The 911 calls and allegations of domestic violence came later, during Siegall’s marriage to a woman he started dating in 2014 and married in 2019, court documents show.
Siegall’s wife, now estranged, has filed for divorce and for a court order prohibiting Siegall from contacting her. In statements to the court made in both matters, she described Siegall as erratic and abusive, and prone to cause a scene in public. The Seattle Times is not publicizing her name because she is a purported survivor of domestic violence.
Siegall said in a motion filed in court on July 15 that her petition has no concrete proof except for “hearsay police report statements.”
The night before their wedding, the couple had such a loud fight in their hotel that security was called, the woman said in a statement filed May 2 in support of a temporary protection order.
One month after the wedding, on Aug. 10, 2019, she called 911 for the first time from their Woodway home. According to police records, Siegall’s wife said Siegall had yelled at her, but that she was “fine, I just wanted that recorded.” The woman said that Siegall was upset at her for going to bed early. Siegall told police that he would write his wife a monthly check of $10,000, and she had asked him to come back earlier from work to ask for more money.
“I made a bad mistake marrying her one month ago as she only wants money and not me,” Siegall wrote in a handwritten statement to police.
The couple filed for a divorce in early February 2021, but reconciled five months later. That year, police received two 911 calls related to the couple’s home in Washington. The police also received calls to their home in California, though the nature of the calls could not be verified because the Riverside Sheriff’s Department, which polices La Quinta, denied requests to access the individual dispatch records, citing California public-records laws.
Siegall’s wife complained on one occasion that he’d locked her out of their Woodway home, and on another that she returned home to find one of her bikinis cut to pieces.
On April 23 of this year, Siegall’s wife made another call to 911.
Around 3:30 a.m., she called 911 saying her husband had “pushed her to the floor and videotaped everything,” according to the audio call. She then attempted to withdraw the complaint and asked the dispatcher to erase the recording.
“He’s going to kill me if he finds out I called,” the woman said according to the 911 call. “He’ll go crazy, he’s a public person.”
The night of the incident, Siegall and his wife had been out at the Charcoal restaurant in downtown Edmonds with another husband and wife. All four returned to the Siegall home.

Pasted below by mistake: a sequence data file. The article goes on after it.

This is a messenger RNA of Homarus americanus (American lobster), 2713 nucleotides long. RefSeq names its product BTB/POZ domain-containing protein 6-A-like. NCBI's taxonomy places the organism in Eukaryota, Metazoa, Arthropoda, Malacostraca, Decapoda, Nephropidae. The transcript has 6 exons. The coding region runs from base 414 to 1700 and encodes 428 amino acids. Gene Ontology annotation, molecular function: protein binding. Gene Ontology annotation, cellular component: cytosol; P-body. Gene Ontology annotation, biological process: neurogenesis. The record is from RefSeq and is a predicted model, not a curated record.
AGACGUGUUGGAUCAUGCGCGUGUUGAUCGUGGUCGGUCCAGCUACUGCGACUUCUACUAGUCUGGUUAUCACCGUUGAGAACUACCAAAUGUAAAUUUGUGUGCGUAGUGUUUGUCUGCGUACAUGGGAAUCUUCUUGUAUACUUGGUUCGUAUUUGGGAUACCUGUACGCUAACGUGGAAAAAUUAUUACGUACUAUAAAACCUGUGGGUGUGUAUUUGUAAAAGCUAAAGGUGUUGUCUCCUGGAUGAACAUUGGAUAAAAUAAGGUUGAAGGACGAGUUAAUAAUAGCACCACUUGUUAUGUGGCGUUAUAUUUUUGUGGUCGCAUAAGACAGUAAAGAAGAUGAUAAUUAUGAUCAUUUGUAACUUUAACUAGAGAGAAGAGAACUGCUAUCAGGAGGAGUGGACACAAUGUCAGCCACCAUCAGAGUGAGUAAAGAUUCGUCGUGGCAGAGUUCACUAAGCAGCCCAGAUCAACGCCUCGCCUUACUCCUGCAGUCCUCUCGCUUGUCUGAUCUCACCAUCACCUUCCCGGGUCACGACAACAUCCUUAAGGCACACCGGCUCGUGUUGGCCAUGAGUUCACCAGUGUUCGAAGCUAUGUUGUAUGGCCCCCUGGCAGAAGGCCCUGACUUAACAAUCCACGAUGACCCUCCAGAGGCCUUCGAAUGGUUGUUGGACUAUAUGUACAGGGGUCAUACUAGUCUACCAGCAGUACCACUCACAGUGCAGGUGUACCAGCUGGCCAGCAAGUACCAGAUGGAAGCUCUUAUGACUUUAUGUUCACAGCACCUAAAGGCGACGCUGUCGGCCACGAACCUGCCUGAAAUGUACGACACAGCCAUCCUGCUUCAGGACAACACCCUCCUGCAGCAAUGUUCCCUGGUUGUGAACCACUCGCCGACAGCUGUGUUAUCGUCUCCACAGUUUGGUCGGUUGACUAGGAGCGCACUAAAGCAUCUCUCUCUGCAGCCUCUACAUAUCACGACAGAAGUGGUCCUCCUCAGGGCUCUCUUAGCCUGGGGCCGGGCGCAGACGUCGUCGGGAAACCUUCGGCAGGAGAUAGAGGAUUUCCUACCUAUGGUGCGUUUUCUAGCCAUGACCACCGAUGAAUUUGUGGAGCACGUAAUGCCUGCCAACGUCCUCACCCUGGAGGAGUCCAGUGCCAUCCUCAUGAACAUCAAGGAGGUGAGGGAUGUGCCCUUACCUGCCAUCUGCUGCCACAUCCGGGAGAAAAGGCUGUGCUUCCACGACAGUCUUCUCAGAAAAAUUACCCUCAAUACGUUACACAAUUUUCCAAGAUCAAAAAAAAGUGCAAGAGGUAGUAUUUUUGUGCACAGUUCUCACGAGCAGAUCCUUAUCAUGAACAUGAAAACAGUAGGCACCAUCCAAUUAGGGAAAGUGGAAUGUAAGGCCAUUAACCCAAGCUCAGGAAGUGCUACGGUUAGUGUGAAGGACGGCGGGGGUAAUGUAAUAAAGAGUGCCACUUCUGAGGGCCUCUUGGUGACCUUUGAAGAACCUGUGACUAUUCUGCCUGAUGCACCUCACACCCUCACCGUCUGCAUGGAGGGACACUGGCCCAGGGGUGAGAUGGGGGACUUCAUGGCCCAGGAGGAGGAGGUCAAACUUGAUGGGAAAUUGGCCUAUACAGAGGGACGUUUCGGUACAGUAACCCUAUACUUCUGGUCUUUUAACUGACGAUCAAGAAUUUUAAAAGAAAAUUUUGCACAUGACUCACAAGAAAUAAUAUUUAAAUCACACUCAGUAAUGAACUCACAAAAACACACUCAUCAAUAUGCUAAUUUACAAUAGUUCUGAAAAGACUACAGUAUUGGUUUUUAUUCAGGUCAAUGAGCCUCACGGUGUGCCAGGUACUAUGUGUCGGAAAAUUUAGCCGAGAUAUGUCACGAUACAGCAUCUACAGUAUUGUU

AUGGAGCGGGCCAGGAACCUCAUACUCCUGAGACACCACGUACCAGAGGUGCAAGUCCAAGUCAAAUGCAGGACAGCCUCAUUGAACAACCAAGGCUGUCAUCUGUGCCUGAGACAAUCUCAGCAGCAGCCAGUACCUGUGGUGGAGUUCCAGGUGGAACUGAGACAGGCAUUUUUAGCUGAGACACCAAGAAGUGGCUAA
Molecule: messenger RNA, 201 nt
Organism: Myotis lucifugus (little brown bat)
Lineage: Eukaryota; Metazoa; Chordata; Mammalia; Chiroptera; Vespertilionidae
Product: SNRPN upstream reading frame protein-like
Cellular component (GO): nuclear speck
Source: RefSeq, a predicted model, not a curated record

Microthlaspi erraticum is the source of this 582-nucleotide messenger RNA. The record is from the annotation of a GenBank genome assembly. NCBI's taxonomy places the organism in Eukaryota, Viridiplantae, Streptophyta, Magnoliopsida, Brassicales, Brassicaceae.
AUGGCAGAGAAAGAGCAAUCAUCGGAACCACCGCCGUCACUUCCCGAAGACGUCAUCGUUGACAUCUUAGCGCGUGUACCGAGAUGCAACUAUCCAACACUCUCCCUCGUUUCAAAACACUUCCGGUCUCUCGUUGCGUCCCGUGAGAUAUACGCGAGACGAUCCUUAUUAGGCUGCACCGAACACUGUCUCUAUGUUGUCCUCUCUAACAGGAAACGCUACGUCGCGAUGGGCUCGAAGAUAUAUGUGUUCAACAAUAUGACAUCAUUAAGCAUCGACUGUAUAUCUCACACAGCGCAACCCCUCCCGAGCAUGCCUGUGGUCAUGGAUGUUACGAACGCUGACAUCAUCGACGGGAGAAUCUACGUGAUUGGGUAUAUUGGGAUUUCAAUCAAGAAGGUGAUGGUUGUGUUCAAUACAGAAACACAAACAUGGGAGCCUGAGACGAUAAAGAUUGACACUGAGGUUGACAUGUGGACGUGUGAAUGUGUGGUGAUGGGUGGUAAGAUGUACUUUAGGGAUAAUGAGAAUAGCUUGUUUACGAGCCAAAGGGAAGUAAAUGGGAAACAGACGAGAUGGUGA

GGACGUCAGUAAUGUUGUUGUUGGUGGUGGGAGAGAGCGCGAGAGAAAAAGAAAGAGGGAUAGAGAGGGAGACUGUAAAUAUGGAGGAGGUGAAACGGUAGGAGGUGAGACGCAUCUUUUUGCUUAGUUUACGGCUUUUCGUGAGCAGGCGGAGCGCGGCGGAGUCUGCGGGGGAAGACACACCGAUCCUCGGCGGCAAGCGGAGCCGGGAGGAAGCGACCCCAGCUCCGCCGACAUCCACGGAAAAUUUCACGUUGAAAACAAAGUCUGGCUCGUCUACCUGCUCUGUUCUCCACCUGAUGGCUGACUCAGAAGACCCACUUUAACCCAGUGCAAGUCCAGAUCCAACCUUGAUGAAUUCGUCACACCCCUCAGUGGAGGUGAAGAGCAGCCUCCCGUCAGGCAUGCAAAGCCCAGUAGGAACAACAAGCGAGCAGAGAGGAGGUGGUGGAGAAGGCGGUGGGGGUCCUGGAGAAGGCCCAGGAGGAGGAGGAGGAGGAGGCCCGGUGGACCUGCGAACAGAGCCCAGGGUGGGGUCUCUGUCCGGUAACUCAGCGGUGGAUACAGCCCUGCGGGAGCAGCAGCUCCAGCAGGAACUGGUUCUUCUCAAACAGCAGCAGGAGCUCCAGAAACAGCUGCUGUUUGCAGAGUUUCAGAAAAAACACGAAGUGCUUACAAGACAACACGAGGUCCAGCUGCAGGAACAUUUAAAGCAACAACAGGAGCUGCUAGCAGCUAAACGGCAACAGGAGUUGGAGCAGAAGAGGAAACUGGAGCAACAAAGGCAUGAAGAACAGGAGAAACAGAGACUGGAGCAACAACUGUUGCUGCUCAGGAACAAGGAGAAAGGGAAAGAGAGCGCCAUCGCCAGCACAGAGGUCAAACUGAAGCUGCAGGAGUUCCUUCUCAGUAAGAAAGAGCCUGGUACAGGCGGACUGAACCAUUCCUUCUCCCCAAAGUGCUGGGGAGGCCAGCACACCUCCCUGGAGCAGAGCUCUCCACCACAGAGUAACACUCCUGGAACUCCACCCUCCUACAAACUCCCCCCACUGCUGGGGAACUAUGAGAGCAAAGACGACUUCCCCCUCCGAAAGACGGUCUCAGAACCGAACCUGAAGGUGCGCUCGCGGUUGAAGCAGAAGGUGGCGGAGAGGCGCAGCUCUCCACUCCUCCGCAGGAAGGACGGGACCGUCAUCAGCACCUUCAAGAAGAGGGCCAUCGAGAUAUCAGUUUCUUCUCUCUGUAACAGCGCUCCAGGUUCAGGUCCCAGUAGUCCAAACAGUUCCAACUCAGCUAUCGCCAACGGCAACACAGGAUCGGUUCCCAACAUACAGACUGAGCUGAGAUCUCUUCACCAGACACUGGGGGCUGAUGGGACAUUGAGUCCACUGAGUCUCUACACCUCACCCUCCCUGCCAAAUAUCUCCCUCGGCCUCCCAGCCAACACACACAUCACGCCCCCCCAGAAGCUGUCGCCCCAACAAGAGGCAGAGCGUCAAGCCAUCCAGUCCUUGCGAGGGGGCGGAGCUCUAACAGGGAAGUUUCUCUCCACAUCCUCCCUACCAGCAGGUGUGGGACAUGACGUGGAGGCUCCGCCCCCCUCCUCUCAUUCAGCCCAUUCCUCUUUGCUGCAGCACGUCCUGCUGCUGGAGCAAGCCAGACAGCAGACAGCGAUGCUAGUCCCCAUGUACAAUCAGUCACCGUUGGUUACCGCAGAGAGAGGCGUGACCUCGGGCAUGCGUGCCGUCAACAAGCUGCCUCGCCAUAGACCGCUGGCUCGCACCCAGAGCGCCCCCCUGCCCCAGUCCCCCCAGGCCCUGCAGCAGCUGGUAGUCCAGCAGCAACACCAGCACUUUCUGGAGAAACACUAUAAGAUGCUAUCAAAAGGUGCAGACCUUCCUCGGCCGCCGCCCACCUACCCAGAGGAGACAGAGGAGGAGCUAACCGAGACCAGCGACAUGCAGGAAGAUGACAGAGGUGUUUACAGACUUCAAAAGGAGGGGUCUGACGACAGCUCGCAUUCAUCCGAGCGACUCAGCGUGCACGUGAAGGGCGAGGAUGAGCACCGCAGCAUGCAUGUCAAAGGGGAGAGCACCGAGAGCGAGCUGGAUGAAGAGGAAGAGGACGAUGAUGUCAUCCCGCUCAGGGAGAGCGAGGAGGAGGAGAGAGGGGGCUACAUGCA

According to police statements, Siegall told officers the two women had been having sex in front of the men before retiring to a bedroom, and claimed he forced a door open to retrieve his clothes. The other man offered a different account, telling a Woodway officer that all four of them had been involved in sexual relations.
When police arrived at the Siegalls’ home, Siegall’s wife initially declined to speak to the police. Officers described the woman and Siegall as intoxicated. She appeared injured, according to police reports, and later described injuries to her forehead, neck, chin, rib cage, wrist, legs and hips in a statement included in an application for a temporary protection order against Siegall.
While police were at the Siegall home, the other husband called 911 and told police he saw the incident.
“The guy’s a billionaire, he’s going to get away with it,” he told the 911 dispatcher, according to the call audio acquired by The Seattle Times through a public-records request.
Siegall, who police say was asleep when they arrived, was arrested and released the next day. On the ride to jail, Siegall complained that his wife only wanted him for his money while denying any wrongdoing, according to police records.
Six days after the incident, Siegall’s wife re-filed divorce papers. In a request for a temporary protection order, she said the incident was not the first time her husband had attacked her.
“I have also been subjected to emotional and psychological abuse and financial control and abuse,” she wrote. Siegall denied all allegations against him.
‘Positive overall outlook‘
Since Siegall’s resignation, the company has reportedly been in talks with pharma giant Merck to be acquired for $40 billion. Seagen Chief Medical Officer Roger Dansey has taken over as interim CEO while the company searches for a replacement.
Siegall’s severance package includes 1.5 times his salary and annual bonus, according to an SEC filing, payable in March. Siegall said he will cooperate with the internal investigation, which is ongoing, until Dec. 31.
In response to questions about Seagen’s response to the allegations about its former CEO, the company said in a statement it “has a robust Code of Conduct that sets forth the standards that we expect every leader and employee to uphold.”
After Siegall left, board member Felix Baker took over as chair. Baker, the billionaire co-founder of hedge-fund firm Baker Brothers Advisors, and his companies own over a quarter of Seagen’s shares. Seagen refused to make Baker available for an interview, and Baker did not answer requests for comment. He is leading the investigative committee on Siegall’s conduct.
For investors, Seagen’s management is strong enough that Siegall’s resignation does not drastically affect its performance, said Morningstar analyst Rachel Elfman. And Seagen’s first and second quarters were strong.
“We maintain our positive overall outlook for Seagen and think management will continue to lead Seagen well,” Elfman wrote. Interim CEO “Dansey has extensive experience in cancer drug development.”
In cases involving alleged bad behavior by the CEO, it is rare for shareholders to react negatively, according to a Stanford study that analyzed 38 companies’ responses to a CEO’s bad behavior. “There is no discernible relationship between the type of behavior and stock price reaction,” the study read.
Seagen’s Code of Conduct, updated in this year, says that leaders should set an example by, among other actions, “doing the right thing yourself.”
An earlier Code of Conduct featured a photo of Siegall next to prompts such as, “Could my action create an appearance of impropriety?” The same questions appear in an updated guide. Siegall’s picture or any references to the former chief executive had been removed.
Seattle Times reporter Daniel Gilbert contributed to this report.